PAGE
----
4.1.1. Contact Pressure of Piston Surface

The standard piston and the bionic piston were numerically simulated using the academic version of ANSYS® Workbench V17.0. Hexahedral mesh generation method was used to divide the grid, and the size of grids was set as 2.5 mm. The piston grid division is shown in Figure 8, and the grid nodes and elements are shown in Table 3. The piston cup was made of rubber, which was a hyperelastic material. A two-parameter Mooney–Rivlin model was selected, with C10 = 2.5 MPa, C01 = 0.625 MPa, D1 = 0.3 MPa−1, and density = 1120 kg/m3 [32, 33]. The loads and contact conditions related to the piston of the mud pump were set. The surface pressure of the piston cup was set as 1.5 MPa, and the displacement of the piston along the axial direction was set as 30 mm. The two end faces of the cylinder liner were set as “fixed support,” and the piston and cylinder liner were under the frictional interfacial contact, with the friction coefficient of 0.2.


PistonNodeElement

Standard piston9981960805
Bionic piston10968967447

Figure 9 shows the pressure clouds of the standard piston and the bionic piston. Since the simulation model was completely symmetrical and the pressures at the same position of each piston were almost the same, three nodes were selected at the lip edge of each piston for pressure measurement, and the average of three measurements was used as the lip edge pressure of each piston. The mutual extrusion between piston and cylinder liner happened at the lip, and thereby the larger of the lip pressure was, the better the sealing performance was. The lip pressure of the standard piston was smaller than that of the bionic piston (2.7371 ± 0.016 MPa vs. 3.0846 ± 0.0382 MPa), indicating the striped structure enhanced the mutual extrusion between the bionic piston and the cylinder liner and thereby improved the sealing performance between the lips and the cylinder liner. As a result, sand could not easily enter the piston-cylinder liner frictional interface, which reduced the reciprocated movement of sand and thereby avoided damage to the piston and the cylinder liner.

Figure 10 shows the surface pressures from the lip mouth to the root in the standard piston and the bionic piston. The surface pressure of the bionic piston surpasses that of the standard piston, and the pressure at the edge of each striped structure changes suddenly: the pressures at the striped structure of the bionic piston are far larger than at other parts. These results suggest the contact pressure between the edges of the striped structures and the cylinder liner is larger, and the four edges of the two striped structures are equivalent to a four-grade sealed lip mouth formed between the piston and the cylinder liner, which generates a multilevel sealing effect and thereby largely enhances the sealing effect of the piston.

4.1.2. Leakage Flow Field of Piston Surface

The piston surface flow field was numerically simulated using the CFX module of the software ANSYS® Workbench V17.0. The side of the lips was set as fluid inlet, and the other side as fluid outlet, as shown in Figure 11. The inlet and outlet were set as opening models, and the external pressure difference between them was 0 Pa. The moving direction of the piston was opposite to the fluid flow direction. The fluid region was divided into grids of 0.2 mm, while the striped structures were refined to grade 2.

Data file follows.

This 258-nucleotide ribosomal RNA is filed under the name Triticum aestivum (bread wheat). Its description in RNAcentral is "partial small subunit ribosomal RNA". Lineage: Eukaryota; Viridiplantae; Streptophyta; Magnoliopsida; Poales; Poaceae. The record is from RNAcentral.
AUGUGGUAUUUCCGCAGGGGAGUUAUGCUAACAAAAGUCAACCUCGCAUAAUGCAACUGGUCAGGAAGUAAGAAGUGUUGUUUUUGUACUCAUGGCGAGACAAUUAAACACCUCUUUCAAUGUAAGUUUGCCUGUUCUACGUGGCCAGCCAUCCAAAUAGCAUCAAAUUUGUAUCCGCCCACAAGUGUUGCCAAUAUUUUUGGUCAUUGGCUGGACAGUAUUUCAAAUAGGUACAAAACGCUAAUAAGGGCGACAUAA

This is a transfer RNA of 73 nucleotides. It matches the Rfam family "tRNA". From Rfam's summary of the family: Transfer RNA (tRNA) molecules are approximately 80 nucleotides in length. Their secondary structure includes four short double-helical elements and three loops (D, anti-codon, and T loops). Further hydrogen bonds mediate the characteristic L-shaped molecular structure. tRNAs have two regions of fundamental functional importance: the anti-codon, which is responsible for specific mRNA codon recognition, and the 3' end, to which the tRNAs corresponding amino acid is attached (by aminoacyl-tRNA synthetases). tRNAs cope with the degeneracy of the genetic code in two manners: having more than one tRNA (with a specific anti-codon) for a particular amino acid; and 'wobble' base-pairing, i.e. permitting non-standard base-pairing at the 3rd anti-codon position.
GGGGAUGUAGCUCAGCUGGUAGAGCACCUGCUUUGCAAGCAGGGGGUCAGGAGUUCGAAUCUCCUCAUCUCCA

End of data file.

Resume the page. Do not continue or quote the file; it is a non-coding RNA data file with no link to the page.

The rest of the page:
Figures 12 and 13 show the surface streamline clouds and sectional streamline clouds of the two pistons at the early stage of leakage when the fluid entered the interface. Clearly, compared with the standard piston, when the surface-leaked liquid from the bionic piston passed the striped structure, the streamlines were sparse and significantly decreased in number, and the flow velocity declined more. The flow velocity decreased from 0.9348 m/s to 0.7555 m/s in the bionic piston and from 0.9346 m/s to 0.9262 m/s in the standard piston. It shows that, after the blockage by the striped structures, the striped structure more significantly intercepted the leaked liquid and could reduce the leakage rate of the piston, thereby enhancing the sealing effect.

Figure 13 shows the section leakage streamline of the standard piston and the bionic piston. Clearly, compared with the standard piston, when the leaked liquid of the bionic piston flowed through the striped structures, the streamlines would reflux and reverse inside the striped structures, indicating the striped structures can efficiently store the leaked liquid and slow down the leakage.

4.2. Observation of Sealed Contact of Pistons and Sealing Mechanism

To better validate the sealing mechanism of the bionic striped pistons, a piston’s performance testing platform was independently built and the sealed contact of the pistons was observed. A transparent toughened glass cylinder liner was designed and machined. The inner diameter and the assembly dimensions of the cylinder liner were set according to the standard BW-160 mud pump cylinder liners. The sealing contact surfaces of the pistons were observed and recorded using a video recorder camera.

Figure 14 shows the surface contact of the standard piston and the bionic piston. Clearly, in the contact areas between the standard piston and the cylinder liner, only the narrow zone at the lip mouth contacted, as the contact width was only 4.06 mm. On the contrary, the contact areas between the bionic piston and the cylinder liner were all very wide, as the contact width was about 18.36 mm, and the sealed area was largely enlarged (892.8 mm2 vs. 4037.6 mm2) according to the contact areas calculated, which were favorable for improving the sealing performance.